Ploumen concerned about polio epidemic in Pakistan
In Pakistan Lilianne Ploumen, Minister for Foreign Trade and Development Cooperation, voiced her concern about the polio epidemic there. With 67 confirmed cases, the country currently leads the world in polio infections. Vaccination teams are unable to do their work in parts of Pakistan after being the targets of intimidation and violence by groups of Islamic extremists. In recent years 52 people have died as the result of attacks on vaccination workers, leaving UNICEF with no choice but to suspend its vaccination programme.
‘It is unacceptable that anti-polio drives have had to be stopped because of violence,’ said Ms Ploumen. ‘Hundreds of children will suffer unnecessarily because UNICEF has had to suspend its programme. Every child has the right to grow up in good health. I condemn the attacks on vaccination workers in Pakistan. It is unacceptable. Aid workers, and female health workers in particular, must be able to do their job to stop the epidemic. That’s only possible if polio teams have safe access to all regions of Pakistan. Getting this crippling disease under control here will help contain it in the rest of the world.’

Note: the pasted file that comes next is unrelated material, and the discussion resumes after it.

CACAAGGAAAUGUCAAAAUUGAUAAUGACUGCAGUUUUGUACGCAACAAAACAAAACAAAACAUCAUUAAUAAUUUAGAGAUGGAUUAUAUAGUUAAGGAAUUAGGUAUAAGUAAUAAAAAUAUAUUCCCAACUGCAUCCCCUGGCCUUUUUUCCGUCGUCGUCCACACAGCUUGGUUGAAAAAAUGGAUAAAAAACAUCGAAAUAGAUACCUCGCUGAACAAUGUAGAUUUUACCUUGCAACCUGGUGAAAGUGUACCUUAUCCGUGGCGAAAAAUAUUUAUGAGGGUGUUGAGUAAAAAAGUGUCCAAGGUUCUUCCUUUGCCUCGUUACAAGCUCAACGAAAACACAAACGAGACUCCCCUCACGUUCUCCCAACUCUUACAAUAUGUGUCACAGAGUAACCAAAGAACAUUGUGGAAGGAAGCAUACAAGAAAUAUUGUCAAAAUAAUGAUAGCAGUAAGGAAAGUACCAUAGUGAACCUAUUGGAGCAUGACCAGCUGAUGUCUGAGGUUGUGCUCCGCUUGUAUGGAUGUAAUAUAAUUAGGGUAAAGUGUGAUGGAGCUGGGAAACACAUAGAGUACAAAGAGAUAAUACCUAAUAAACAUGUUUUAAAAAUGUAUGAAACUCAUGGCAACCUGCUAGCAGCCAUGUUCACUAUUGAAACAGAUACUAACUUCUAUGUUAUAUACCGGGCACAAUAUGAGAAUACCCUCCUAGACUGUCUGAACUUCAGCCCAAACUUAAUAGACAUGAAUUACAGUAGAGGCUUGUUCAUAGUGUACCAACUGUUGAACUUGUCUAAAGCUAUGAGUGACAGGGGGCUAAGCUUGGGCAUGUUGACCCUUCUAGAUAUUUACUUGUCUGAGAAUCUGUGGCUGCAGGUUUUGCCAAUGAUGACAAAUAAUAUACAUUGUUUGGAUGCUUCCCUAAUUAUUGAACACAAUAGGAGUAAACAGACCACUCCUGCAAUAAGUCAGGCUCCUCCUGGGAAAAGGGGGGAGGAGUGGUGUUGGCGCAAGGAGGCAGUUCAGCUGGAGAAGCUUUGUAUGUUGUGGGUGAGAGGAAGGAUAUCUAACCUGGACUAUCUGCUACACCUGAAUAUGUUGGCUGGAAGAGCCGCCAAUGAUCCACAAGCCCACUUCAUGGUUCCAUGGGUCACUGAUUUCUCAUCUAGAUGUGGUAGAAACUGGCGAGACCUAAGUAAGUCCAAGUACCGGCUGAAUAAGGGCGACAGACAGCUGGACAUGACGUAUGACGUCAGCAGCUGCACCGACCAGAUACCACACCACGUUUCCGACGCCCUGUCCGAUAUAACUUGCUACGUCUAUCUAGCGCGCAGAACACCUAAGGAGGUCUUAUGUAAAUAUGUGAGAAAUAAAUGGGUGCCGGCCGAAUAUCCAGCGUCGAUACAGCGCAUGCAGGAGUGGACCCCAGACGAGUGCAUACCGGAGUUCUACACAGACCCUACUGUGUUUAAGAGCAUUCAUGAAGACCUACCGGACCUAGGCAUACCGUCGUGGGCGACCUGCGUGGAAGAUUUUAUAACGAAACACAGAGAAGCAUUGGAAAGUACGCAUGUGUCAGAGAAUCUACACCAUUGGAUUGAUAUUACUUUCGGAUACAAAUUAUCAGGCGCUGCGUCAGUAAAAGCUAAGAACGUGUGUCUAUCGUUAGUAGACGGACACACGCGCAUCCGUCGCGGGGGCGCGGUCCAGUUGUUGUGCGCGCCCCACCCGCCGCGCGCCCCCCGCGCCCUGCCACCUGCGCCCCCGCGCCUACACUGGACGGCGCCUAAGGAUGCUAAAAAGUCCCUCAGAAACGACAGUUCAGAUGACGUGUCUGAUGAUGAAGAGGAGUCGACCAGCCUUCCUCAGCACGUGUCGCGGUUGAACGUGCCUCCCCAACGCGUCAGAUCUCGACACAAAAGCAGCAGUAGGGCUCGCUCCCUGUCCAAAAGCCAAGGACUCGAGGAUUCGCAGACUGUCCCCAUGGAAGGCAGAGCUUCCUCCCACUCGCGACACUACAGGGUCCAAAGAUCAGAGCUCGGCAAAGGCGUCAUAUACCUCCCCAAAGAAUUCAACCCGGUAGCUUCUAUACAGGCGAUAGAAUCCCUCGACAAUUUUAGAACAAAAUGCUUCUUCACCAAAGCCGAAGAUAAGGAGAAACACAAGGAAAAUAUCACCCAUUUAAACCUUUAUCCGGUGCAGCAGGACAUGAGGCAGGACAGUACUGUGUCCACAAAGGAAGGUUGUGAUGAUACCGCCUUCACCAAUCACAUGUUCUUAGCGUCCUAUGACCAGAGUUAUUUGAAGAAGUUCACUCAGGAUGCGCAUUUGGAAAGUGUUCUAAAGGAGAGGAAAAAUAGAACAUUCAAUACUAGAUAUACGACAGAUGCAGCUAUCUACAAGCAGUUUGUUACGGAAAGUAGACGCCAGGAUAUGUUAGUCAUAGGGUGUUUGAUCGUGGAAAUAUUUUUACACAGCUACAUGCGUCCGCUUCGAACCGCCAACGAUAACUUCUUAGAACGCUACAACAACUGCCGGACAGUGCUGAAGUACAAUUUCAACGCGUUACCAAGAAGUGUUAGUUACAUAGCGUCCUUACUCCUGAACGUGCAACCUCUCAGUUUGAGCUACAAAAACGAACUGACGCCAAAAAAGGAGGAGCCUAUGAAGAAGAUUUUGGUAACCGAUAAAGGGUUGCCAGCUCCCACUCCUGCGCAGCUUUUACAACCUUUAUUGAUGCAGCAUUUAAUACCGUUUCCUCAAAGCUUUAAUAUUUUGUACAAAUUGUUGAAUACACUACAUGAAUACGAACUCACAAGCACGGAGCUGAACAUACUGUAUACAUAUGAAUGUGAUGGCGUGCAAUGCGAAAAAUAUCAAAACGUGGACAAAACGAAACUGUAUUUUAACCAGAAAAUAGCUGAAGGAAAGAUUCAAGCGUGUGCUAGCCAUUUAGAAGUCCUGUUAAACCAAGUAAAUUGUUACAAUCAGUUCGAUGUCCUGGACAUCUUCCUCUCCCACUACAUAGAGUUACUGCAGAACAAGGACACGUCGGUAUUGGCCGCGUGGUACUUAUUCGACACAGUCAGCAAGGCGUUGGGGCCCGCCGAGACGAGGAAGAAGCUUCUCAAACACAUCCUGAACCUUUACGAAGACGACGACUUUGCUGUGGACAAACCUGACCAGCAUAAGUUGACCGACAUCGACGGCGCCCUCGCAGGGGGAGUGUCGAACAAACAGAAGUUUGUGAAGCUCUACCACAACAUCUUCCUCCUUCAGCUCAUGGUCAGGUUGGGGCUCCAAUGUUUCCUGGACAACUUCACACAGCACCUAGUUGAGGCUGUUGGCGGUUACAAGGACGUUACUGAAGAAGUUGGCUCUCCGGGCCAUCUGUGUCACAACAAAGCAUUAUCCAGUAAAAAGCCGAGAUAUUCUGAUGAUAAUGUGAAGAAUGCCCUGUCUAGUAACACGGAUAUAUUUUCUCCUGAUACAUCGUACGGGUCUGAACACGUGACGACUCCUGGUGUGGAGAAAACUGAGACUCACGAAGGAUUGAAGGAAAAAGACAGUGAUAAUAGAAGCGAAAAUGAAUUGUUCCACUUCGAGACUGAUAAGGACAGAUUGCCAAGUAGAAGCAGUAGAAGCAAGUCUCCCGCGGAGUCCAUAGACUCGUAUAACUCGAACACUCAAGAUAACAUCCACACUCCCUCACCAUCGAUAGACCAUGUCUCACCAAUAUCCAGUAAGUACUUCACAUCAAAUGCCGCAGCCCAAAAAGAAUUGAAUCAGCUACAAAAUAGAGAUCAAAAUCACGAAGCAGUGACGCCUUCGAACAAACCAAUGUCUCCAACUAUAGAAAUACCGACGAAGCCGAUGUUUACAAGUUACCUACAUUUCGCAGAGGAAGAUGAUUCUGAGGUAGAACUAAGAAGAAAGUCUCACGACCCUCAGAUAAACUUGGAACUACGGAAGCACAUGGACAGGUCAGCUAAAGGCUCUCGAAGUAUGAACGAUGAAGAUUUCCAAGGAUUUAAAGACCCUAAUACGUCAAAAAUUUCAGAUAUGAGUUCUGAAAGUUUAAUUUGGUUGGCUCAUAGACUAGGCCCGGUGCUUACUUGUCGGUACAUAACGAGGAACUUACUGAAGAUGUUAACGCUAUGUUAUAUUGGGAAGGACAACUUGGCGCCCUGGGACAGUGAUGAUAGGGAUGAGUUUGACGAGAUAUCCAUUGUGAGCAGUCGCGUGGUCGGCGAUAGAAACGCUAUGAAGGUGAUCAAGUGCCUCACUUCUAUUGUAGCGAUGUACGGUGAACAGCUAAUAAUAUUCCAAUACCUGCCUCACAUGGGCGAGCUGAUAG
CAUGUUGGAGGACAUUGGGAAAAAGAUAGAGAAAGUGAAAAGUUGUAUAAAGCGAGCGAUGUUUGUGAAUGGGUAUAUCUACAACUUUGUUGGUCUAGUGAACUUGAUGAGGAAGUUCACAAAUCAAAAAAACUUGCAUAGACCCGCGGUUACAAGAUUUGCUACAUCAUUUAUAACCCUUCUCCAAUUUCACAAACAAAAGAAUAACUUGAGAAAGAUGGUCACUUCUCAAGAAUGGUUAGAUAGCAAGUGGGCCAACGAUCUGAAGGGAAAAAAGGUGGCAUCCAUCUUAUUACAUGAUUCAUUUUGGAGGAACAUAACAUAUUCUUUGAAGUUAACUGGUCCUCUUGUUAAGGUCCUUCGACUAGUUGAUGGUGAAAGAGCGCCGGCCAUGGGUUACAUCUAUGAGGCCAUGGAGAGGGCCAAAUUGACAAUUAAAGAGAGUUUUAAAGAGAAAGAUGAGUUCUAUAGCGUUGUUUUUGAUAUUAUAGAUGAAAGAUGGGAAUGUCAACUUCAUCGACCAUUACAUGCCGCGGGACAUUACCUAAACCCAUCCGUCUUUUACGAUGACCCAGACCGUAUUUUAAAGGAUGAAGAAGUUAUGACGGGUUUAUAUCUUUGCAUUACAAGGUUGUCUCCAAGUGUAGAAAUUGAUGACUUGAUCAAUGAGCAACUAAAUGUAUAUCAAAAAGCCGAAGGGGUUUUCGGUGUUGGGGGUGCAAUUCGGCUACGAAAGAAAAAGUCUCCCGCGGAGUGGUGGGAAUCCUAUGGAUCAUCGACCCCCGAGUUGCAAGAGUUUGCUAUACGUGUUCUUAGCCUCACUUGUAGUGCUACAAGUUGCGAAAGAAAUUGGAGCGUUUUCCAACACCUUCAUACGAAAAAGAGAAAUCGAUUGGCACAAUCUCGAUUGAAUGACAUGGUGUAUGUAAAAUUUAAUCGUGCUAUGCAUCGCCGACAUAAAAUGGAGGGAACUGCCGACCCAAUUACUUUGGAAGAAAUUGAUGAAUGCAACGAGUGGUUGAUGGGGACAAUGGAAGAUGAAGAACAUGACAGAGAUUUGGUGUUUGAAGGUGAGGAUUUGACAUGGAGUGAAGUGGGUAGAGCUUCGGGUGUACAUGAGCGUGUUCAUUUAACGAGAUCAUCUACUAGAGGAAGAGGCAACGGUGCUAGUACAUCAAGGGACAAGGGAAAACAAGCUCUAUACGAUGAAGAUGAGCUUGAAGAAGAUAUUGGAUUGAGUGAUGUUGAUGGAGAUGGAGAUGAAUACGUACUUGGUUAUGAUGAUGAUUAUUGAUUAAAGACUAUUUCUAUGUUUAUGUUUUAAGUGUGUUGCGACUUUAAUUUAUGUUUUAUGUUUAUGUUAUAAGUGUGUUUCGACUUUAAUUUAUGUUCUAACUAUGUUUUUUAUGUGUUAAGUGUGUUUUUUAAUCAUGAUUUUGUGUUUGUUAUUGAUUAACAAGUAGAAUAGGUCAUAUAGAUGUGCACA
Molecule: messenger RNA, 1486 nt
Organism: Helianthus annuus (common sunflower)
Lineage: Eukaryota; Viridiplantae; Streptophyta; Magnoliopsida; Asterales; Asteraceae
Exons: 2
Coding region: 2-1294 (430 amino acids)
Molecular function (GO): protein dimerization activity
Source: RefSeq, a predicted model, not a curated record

Earlier this month the World Health Organization (WHO) sounded the alarm on the re-emergence of polio infections around the world. Pakistan has been identified as a polio exporter in the region. As a result the Pakistani authorities have announced new measures to stop polio transmission, such as vaccination clinics at airports. Ms Ploumen urged that these be carried out quickly and effectively if polio is to be stopped.
Ms Ploumen said that, in these times, polio is an avoidable disease: ‘In fact, thanks to development work it’s practically been eradicated. Polio causes terrible suffering and deformities. There are no arguments to justify this sort of suffering when it could easily be prevented.’ Over 2011-2015 the Netherlands donated €200 million in support of the vaccination campaign run by UN organisation GAVI.